A physician’s experience with time stress

I have two Achilles’ heels.  Two mental health issues that continually challenge me no matter how introspective and self-aware I become.  One is food.  I have talked before about how food was my money.  As annoying as that can be, I feel like I have a good hold on that one.  With the right intentions and self-control, I no longer have to wrestle with this demon as frequently.  The other is time.  I am constantly under time stress. Constantly.  Even when there is no reason.  I am always aware of every clock in a room and can often be seen glancing up at them.

This has been my constant struggle.  I have spent half my life rushing through activities to make sure that I am in the right place at the right time for the next event.  While on the surface a good quality, it provides unnecessary stress to myself, my family, and my colleagues.

Why can’t I just slow down?

The good

I am efficient.  Super efficient.  My awareness of time and my ability to manage time stress has definitely been beneficial throughout my career.  They have helped in the process of work bursting, and allowed me to manage several different tasks at once.

I tend to show up early to meetings and tasks, and usually finish before the allotted time.

Why is this important?  Because it allows me to accomplish double to triple what most people do in an average day.  I have found that there are many extra minutes in a twenty-four hour period.  How you use those minutes may be the difference between being extra productive and wasting your time.

Although you may find this unbelievable, the reason I am so efficient is because I like to finish.  I am lazy by nature.  I want to have the extra time to sit around and read a book or lounge on the couch.

Doc G?  Lazy?

No, really.  I am one of the most hard-working lazy people you know.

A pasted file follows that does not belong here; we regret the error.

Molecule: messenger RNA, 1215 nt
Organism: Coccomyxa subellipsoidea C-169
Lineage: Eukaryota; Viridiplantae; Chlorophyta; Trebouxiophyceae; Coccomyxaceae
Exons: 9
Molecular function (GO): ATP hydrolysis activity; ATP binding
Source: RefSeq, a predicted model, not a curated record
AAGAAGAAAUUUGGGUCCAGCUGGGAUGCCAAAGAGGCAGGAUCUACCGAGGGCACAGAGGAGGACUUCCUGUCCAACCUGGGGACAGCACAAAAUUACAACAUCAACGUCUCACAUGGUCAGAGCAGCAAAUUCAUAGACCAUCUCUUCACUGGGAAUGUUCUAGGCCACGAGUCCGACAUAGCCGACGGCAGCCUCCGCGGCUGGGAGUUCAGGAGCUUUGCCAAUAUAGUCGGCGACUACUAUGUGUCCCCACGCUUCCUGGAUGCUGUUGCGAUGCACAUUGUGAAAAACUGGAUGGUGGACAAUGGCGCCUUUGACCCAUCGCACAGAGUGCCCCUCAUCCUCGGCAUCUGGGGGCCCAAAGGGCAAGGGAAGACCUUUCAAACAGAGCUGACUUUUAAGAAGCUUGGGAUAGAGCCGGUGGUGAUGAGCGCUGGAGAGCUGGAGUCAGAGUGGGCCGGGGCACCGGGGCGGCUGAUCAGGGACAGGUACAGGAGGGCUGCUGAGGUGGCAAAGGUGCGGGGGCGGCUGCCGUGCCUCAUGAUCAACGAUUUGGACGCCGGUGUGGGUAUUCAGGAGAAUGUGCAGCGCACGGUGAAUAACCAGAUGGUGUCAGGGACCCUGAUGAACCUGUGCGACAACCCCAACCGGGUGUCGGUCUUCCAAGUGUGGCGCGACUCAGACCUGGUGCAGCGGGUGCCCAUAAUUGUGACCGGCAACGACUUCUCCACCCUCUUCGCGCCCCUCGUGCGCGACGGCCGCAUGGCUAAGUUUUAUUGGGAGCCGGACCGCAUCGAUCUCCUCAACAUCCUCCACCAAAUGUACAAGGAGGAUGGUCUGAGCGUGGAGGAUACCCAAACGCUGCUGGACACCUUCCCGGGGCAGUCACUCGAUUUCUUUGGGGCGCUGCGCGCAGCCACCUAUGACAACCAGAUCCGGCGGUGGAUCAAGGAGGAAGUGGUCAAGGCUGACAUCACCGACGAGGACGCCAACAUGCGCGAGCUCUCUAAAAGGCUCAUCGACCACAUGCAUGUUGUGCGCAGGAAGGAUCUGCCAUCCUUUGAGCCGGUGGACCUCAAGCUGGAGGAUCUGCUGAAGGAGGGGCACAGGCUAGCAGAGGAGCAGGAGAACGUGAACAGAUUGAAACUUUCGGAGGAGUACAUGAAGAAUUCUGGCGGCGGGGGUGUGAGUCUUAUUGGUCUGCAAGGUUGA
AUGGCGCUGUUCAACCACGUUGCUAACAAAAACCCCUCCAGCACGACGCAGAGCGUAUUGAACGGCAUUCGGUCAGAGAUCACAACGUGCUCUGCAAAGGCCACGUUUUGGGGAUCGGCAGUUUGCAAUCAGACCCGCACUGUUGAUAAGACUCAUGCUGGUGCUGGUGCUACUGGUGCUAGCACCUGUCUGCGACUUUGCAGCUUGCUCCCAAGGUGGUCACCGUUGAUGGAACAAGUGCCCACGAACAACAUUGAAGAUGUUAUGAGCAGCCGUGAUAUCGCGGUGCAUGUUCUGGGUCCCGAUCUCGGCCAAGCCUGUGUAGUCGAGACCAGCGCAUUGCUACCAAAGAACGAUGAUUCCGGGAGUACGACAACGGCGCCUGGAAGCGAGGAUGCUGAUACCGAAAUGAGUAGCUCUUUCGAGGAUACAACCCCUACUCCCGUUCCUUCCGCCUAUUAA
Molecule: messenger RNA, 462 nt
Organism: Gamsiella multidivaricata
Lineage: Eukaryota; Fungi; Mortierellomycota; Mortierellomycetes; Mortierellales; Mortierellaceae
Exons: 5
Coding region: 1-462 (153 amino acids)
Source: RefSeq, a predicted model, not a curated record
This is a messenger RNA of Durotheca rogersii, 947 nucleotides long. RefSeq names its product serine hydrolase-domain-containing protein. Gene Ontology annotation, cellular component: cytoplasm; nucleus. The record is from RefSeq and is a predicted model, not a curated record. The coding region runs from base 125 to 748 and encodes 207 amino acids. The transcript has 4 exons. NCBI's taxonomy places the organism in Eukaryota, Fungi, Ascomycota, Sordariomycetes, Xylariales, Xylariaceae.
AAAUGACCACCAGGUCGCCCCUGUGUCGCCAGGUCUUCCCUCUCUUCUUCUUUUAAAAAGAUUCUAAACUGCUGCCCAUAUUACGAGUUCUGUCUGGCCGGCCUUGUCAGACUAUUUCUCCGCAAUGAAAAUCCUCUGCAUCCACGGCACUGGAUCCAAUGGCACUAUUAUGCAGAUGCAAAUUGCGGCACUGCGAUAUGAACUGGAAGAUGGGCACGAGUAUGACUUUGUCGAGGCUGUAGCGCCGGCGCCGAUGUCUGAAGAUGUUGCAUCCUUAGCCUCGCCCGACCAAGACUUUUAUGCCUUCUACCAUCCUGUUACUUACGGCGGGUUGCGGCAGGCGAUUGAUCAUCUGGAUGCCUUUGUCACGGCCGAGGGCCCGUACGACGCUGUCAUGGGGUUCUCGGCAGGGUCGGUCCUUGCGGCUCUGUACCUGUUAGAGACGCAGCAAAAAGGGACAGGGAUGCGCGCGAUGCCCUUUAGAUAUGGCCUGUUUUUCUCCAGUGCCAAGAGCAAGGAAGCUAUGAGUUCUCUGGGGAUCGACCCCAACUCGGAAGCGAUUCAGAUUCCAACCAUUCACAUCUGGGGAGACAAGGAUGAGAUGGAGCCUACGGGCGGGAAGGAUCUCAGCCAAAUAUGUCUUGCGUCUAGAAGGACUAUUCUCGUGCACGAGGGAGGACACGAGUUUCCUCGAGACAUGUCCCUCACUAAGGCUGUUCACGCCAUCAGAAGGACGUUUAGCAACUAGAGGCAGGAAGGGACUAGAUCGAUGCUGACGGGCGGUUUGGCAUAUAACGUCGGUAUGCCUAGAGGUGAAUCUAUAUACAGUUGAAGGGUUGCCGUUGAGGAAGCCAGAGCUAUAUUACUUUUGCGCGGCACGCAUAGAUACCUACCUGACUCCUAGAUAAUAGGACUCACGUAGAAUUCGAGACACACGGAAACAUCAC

The bad

Efficiency is one thing, rushing is another.  And I rush with the best of them.  I bound out of bed every morning and spend the rest of the day running.  Does this sound fun to you?  Some days it is, but others it is incredibly tiring.  My sense of time stress won’t let me slow down.  I am always pushing to finish so I can get to the next thing.

This is annoying.  Not only for me, but those poor people who have to deal with me on a daily basis.  While others want to socialize and relax, I am like the energizer bunny.  I never slow down.

I’m sure you have been blessed by dealing with someone like me.  Likely you roll your eyes after they leave the room and then pop a sedative.

The ugly

“Dad, will you stop rushing me please?”

I would like to think that this is not a regular complaint from my kids, but I would be lying.  Sometimes my time stress bleeds into family events.  I can see the look on my wife’s face as I zoom out the door and she doesn’t even have her jacket on yet.

This little foible of mine is often more than just a foible, and effects my relationships with the people I love.

As much as I try to slow down, I find that my best intentions are like kittens to this lion that afflicts me.

Final thoughts

Time stress is my biggest mental health issue.  It has been with me since childhood, and seems only to abate for brief periods.  It is hard to let go of this habit that has made me ultra successful.  A habit, however, that strains relationships and annoys people.

I have become intentional about trying to break the pattern, and use meditation and guided visualization to work on this issue.  I also try to force myself to be late occasionally by placing roadblocks in the way of timeliness.

Some days I am better than others.

It’s a work in progress.

“DocG” is a physician who blogs at DiverseFI.

Image credit: Shutterstock.com

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